Presidential Ponderation: The Real Chris Christie?

It's Friday, which is always a good day for "Presidential Ponderation" here at Colorado Pols. Today we direct your attention to a fascinating article in the New Republic, which looks at New Jersey Republican Gov. Chris Christie and how he rose to power using the same kind of political payback that led to "Bridgegate" (if you've got some time, read the article — it's fascinating). From Alex Macgillis:

Has there ever been a political reversal of fortune as rapid and as absolute as the one just experienced by Chris Christie? At warp speed, the governor of New Jersey has gone from the most popular politician in the country to the most embattled; from the Republicans’ brightest hope for 2016 to a man with an FBI target on his back. One minute, he was releasing jokey vanity videos starring Alec Baldwin and assorted celebrity pals; the next, he was being ridiculed by his lifelong idol, Bruce Springsteen. Mere weeks ago, Christie was a straight-talking, corruption-busting everyman. Now, he is a liar, a bully, a buffoon.

What is remarkable about this meltdown is that it isn’t the result of some deep secret that has been exposed to the world, revealing a previously unimagined side to the candidate. Many of the scandals and mini-scandals and scandals-within-scandals that the national media is salivating over have been in full view for years. Even the now-infamous Bridgegate was percolating for months before it exploded into the first major story of the next presidential race.

No doubt that the sort of horse-trading described in the New Republic goes on in Colorado at some level, but it's hard to fathom the sheer political audacity that takes place in New Jersey.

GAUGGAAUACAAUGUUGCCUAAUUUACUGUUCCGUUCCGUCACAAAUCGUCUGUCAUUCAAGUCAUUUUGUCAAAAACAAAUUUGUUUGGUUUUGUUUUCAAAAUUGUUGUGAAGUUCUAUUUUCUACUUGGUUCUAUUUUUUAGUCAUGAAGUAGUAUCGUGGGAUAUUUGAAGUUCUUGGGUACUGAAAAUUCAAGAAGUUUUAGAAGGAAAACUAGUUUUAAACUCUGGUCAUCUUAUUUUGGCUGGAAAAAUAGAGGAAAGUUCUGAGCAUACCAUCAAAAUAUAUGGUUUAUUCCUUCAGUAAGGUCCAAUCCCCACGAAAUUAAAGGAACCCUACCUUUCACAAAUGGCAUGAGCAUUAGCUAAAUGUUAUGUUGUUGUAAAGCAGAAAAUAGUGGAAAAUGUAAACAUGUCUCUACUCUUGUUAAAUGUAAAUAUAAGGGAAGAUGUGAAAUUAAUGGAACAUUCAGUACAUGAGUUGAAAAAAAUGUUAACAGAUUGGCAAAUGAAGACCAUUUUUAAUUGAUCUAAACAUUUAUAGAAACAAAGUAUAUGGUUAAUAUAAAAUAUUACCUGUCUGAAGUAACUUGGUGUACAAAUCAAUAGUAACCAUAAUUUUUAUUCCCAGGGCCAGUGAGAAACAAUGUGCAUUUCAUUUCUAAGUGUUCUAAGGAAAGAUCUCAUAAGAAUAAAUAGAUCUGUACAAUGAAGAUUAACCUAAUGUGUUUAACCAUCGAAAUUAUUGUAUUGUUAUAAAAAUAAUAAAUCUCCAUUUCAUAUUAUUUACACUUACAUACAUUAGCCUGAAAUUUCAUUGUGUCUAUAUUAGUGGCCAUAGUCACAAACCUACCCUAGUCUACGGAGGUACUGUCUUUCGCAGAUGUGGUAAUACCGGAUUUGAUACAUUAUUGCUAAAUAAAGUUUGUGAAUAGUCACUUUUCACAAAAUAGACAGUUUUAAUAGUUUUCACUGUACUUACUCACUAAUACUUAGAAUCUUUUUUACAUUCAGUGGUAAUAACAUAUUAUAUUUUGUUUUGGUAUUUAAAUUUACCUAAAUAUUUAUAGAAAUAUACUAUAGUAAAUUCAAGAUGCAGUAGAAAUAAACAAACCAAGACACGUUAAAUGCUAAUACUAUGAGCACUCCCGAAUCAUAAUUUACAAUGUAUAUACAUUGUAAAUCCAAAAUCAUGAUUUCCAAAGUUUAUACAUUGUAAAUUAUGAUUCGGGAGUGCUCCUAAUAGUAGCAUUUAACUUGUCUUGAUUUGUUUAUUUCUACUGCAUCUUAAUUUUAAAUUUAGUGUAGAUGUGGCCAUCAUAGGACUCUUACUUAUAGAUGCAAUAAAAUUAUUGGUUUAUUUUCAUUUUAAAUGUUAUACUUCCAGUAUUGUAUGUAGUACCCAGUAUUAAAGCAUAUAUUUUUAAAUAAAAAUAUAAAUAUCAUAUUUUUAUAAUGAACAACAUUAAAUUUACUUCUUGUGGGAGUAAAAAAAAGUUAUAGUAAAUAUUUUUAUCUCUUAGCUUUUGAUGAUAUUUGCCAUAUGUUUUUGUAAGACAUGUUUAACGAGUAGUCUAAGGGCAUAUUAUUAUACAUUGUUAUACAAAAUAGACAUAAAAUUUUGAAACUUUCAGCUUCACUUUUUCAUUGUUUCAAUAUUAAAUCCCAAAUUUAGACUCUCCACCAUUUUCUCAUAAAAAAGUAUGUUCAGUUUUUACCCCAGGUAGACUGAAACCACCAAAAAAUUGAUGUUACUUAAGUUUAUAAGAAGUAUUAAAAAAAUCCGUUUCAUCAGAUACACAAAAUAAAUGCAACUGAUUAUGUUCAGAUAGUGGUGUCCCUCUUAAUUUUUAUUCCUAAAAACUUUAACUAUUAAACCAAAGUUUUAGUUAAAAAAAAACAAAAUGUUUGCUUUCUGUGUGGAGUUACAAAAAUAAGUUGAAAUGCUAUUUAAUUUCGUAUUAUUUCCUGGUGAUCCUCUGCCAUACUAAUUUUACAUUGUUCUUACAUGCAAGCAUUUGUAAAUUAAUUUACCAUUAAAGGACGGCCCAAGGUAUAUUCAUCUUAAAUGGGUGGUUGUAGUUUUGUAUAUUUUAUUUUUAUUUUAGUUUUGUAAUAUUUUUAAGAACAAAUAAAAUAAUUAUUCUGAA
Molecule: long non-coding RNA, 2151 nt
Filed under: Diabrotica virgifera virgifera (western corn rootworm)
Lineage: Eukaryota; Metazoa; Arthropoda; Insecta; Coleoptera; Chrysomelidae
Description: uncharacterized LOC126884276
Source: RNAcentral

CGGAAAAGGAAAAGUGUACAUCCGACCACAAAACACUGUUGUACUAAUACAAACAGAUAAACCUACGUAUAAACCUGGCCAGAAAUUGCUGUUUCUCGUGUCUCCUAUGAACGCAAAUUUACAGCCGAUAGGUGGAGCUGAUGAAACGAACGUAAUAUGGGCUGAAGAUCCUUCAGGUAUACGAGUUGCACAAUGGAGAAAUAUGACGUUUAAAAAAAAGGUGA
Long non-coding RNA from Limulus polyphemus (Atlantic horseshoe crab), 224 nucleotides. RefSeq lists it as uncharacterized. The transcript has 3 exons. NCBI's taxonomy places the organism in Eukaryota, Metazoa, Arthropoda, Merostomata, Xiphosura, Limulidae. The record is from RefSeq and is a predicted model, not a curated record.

11 Community Comments, Facebook Comments

  1. mamajama55mamajama55 says:

    Christie might keep his job, but he won't be moving into the White House.

  2. Andrew Carnegie says:

    There are alot things about New Jersey that are hard to imagine.

  3. ClubTwitty says:

    Maybe there is a place for Scooter in a Rand Paul cabinet?

    My name was not on the complaint despite the fact that it was predominantly my work product over several weeks and two hundred hours of research, meetings, and drafting. Ken never showed me the final complaint before submission. My name could not be on the complaint under DC Bar Rules because I could not prepare a timely engagement letter. I was never informed until yesterday by Ken of the details of the collaborative arrangement between FreedomWorks and Rand for litigating and paying for the lawsuit. I promptly revised the engagement letter when the information was received, and it has been forwarded via Ken to Rand and FreedomWorks.

  4. itlduso says:

    Gov. Blagojevich, meet your new cellmate, Gov. Christie.  And no, you don't get a bigger cell, just scooch over.

  5. notaskinnycooknotaskinnycook says:

    I've been thinking about this ever since this story broke and I can't remember a corruption case in Coloradothat comes anywhere near this kind of thing. I remember a few years ago there was a study on ferreting out corruption in government and the biggest one they could find here was the Supercop scandal back in the 60s. Are politicins more virtuous here or just more clever abut not getting caught?

  6. The realistThe realist says:

    When I read this line, quoted above, "Now, he is a liar, a bully, a buffoon," I thought I was in this thread. A challenge to keep the lying, bullying, buffooning Republicans straight!


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